Panbo: The Marine Electronic Weblog has a post up about the tragic sinking of the scallop boat Lady Mary - Wreck of the Lady Mary, so many lessons. with links to a good article from The New Jersey Star Ledger.
In the comments I argue that these boats need AIS while other comments suggest better and more prudent seamanship is the answer.
I think that recreation boaters and fisherman (and others) tend to underestimate the workload faced by the bridge watch stander on, say, a container ship in traffic in marginal weather.
The shipping industry has used improved technology to not just increase safety but to increase productivity as well. There is in shipping, a great deal of pressure to stay on schedule. For example in limited visibility deep-sea vessels no longer slow to the speed in which they can stop in half the distance of the visibility but instead are relying upon radar and increasingly AIS and are running at full sea speed regardless of visibility. This puts vessels that are not in the system (no AIS, not reporting to the VTS) at greater risk.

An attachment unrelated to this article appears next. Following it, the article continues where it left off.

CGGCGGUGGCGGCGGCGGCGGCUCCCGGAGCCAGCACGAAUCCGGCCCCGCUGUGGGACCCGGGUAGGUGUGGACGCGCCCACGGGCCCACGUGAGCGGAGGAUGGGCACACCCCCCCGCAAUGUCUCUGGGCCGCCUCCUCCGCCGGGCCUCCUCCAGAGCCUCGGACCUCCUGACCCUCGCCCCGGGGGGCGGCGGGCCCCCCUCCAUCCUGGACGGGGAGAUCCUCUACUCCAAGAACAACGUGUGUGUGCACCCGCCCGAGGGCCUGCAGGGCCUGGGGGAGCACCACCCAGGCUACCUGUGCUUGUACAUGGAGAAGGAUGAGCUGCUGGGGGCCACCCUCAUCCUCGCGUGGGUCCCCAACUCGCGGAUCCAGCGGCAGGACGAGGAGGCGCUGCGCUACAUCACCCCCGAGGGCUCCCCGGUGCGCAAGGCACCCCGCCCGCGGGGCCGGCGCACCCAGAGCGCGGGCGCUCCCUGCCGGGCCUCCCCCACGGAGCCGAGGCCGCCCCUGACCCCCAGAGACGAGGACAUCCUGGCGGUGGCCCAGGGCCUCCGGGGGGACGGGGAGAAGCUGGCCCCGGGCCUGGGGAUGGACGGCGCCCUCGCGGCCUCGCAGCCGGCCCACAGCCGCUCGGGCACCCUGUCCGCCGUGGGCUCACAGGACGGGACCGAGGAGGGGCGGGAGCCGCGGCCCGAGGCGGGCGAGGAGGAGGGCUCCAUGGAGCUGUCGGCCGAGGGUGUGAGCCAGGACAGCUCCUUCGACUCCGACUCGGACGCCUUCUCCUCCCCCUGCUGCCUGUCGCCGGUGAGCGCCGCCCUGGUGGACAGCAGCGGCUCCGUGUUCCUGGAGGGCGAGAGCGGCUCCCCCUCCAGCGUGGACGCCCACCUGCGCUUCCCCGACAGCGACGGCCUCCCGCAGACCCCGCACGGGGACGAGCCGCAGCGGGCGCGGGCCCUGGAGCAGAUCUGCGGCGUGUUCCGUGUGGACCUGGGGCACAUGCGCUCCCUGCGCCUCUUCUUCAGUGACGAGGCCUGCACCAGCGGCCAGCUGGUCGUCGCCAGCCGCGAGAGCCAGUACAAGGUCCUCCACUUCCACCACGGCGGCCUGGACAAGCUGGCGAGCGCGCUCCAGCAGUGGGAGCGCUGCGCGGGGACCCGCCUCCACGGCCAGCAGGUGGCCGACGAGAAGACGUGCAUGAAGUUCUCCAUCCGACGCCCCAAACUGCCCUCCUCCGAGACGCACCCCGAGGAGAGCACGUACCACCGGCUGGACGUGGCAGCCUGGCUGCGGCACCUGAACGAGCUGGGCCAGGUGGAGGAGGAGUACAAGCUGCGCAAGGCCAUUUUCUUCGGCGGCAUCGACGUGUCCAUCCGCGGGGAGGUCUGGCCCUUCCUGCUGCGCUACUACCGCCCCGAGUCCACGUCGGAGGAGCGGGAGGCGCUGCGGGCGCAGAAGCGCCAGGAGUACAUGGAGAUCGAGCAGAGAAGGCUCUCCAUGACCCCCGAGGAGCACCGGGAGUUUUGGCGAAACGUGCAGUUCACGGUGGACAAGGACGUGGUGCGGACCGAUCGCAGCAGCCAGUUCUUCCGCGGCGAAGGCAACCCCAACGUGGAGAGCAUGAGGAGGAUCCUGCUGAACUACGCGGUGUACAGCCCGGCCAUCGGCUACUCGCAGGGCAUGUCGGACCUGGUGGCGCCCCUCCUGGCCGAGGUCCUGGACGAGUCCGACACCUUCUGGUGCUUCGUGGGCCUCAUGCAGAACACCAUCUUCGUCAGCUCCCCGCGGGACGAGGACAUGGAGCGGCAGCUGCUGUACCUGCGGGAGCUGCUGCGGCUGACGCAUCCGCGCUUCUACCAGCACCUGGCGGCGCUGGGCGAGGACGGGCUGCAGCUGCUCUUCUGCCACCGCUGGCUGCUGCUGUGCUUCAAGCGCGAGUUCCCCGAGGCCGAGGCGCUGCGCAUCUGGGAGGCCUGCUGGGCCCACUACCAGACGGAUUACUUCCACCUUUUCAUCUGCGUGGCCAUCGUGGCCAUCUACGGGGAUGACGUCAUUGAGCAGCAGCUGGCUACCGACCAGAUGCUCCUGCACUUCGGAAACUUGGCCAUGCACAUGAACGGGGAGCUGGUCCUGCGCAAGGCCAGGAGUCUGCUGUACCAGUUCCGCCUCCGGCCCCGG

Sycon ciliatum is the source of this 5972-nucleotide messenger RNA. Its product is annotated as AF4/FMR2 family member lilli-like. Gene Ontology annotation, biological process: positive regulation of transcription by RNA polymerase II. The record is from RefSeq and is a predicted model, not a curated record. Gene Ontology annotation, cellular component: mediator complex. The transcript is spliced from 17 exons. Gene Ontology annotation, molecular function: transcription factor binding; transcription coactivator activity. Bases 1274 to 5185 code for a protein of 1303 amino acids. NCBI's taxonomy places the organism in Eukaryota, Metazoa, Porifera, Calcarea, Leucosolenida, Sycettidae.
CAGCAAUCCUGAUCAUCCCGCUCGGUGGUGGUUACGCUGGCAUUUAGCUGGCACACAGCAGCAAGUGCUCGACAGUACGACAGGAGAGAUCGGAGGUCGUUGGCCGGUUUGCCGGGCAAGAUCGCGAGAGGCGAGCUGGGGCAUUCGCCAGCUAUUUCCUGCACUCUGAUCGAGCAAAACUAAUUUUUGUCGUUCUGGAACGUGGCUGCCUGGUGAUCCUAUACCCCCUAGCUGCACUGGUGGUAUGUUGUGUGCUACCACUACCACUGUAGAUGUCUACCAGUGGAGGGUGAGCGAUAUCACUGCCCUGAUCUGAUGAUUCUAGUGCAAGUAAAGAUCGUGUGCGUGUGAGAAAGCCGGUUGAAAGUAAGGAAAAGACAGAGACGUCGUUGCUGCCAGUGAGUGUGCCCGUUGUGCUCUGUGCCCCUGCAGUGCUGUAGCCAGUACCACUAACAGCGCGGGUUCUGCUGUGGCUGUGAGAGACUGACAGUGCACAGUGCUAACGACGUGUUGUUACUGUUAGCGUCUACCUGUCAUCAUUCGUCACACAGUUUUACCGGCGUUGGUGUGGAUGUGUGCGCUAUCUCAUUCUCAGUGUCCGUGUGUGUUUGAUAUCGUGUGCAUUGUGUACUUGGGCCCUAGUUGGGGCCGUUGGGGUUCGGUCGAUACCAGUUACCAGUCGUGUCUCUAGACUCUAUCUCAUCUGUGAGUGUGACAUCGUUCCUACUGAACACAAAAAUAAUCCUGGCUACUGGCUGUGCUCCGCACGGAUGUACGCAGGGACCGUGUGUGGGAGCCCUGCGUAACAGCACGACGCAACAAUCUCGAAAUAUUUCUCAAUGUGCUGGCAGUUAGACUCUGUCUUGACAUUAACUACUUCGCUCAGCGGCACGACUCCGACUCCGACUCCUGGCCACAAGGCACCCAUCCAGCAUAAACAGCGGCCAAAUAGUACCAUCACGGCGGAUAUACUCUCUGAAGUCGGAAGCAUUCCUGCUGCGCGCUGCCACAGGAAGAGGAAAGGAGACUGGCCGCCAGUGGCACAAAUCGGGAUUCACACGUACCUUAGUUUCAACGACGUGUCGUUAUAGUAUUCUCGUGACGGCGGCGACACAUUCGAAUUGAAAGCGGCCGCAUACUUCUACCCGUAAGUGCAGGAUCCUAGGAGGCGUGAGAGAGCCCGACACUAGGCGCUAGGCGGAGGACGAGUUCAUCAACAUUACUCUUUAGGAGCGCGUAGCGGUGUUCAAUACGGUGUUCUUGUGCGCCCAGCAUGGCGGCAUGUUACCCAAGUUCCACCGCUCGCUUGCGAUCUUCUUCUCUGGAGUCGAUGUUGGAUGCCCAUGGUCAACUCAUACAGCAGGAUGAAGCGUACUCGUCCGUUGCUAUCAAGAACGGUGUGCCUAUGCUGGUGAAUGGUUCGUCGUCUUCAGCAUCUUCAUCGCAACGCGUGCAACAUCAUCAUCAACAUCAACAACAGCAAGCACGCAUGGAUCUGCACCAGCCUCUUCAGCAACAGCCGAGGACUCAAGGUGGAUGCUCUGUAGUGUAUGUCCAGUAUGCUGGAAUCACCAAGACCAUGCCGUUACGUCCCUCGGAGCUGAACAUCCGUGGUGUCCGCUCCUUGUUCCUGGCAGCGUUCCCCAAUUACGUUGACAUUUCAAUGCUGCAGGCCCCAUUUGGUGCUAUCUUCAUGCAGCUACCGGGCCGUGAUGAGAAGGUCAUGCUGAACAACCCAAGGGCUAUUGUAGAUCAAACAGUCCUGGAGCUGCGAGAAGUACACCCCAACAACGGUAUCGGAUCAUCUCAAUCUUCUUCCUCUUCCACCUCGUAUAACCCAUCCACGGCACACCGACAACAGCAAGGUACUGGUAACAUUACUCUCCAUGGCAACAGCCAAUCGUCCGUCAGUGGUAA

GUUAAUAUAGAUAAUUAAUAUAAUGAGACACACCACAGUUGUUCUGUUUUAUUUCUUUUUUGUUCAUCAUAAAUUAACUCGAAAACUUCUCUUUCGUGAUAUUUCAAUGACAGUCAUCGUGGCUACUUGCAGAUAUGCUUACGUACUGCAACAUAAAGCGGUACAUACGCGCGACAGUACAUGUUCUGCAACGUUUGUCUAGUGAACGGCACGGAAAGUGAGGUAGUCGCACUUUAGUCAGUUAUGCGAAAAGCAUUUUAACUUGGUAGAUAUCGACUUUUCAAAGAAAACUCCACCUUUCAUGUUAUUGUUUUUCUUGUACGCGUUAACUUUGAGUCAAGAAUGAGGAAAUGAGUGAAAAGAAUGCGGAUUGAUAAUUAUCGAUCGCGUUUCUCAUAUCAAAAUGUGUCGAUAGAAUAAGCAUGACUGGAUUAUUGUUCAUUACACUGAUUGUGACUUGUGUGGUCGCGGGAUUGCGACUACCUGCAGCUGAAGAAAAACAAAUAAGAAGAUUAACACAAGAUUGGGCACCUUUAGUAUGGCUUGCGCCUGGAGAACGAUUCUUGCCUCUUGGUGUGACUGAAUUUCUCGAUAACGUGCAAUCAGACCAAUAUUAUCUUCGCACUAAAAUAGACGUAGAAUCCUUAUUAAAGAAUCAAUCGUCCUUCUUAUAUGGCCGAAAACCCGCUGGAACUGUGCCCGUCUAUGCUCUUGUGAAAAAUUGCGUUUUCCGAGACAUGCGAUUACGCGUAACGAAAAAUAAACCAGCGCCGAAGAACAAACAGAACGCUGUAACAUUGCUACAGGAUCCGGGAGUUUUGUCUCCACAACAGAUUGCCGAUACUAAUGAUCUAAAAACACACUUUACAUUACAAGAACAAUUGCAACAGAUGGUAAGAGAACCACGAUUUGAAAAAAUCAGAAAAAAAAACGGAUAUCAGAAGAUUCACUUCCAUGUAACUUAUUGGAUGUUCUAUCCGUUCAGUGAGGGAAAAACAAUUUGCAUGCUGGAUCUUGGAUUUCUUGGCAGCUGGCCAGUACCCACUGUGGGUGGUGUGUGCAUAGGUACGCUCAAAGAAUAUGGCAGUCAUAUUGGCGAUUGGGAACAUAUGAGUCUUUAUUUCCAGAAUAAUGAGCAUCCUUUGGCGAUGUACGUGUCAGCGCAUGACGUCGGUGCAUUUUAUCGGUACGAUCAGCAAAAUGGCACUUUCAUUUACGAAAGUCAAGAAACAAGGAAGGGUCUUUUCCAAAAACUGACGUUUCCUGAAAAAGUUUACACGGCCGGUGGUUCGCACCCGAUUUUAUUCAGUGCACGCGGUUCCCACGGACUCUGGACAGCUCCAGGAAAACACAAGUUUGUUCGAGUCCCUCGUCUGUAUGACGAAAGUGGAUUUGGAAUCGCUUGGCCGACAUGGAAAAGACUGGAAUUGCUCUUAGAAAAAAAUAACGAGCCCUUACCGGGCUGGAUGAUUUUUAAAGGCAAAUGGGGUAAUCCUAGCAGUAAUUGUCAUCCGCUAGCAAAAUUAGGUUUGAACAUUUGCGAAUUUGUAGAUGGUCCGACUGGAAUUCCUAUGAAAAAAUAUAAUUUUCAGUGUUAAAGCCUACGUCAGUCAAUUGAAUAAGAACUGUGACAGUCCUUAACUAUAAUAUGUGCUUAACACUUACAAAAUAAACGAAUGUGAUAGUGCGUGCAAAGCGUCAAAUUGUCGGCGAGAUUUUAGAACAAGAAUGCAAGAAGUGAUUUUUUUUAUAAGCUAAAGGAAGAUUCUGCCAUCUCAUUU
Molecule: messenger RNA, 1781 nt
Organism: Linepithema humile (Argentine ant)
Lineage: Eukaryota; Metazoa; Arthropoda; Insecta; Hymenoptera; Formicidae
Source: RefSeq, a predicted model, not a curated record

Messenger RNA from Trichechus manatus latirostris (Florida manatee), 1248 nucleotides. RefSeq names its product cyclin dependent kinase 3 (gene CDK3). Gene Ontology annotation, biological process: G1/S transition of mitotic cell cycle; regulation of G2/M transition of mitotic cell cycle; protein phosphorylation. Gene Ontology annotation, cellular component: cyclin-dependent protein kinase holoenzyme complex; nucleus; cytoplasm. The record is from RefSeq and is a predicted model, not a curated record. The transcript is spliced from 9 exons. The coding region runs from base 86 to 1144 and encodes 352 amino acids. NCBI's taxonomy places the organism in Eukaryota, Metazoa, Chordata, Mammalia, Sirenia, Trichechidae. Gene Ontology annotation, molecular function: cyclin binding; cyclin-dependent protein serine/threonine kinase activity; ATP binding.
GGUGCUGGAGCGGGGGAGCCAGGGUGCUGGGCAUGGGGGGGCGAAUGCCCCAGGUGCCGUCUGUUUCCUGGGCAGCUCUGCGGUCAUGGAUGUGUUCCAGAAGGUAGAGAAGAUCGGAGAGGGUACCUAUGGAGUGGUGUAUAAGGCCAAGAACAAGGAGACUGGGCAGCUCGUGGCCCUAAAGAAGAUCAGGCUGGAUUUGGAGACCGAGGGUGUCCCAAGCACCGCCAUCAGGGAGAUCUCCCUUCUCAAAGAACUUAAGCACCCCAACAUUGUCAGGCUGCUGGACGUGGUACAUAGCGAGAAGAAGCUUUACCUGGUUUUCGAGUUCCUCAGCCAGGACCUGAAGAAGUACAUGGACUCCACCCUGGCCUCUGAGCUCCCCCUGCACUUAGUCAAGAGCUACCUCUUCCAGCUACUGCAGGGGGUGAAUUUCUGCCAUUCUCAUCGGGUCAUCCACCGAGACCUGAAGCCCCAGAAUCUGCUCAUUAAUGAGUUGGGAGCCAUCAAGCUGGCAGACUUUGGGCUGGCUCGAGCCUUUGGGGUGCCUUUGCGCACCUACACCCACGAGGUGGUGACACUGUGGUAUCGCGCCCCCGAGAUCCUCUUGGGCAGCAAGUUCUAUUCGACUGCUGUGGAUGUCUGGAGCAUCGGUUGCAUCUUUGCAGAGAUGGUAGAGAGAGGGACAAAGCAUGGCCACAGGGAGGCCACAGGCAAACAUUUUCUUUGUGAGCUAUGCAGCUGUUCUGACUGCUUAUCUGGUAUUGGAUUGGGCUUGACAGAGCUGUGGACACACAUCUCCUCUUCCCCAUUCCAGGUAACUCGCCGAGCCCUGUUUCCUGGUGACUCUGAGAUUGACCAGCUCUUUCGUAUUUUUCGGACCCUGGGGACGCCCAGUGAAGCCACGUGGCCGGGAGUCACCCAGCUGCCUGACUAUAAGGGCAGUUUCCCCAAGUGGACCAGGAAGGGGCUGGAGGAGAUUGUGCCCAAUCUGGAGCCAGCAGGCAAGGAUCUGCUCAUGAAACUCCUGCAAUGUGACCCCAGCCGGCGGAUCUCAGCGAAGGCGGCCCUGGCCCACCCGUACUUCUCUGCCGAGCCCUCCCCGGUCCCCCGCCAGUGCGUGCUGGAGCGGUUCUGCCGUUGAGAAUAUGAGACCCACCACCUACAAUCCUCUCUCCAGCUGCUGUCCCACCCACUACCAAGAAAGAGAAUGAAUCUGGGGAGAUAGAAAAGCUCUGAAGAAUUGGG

Here is another view from a master mariner:
Manu's Scripts AIS: Friend or Foe From that post:
"(On one ship, I came up to the bridge to find a small fleet of sailing boats a cable and a half away in daylight and good visibility- unseen by the watchkeeper since these were not seen on the radar due to high anticlutter used, and since obviously they didn’t carry AIS, and since looking out of the porthole was apparently not in the contract. I threatened, in jest, to restrict the Officer’s certificate to read ‘Valid only on ship’s which experience no boats’ )From the same source, a related post not just about AIS - Losing the Plot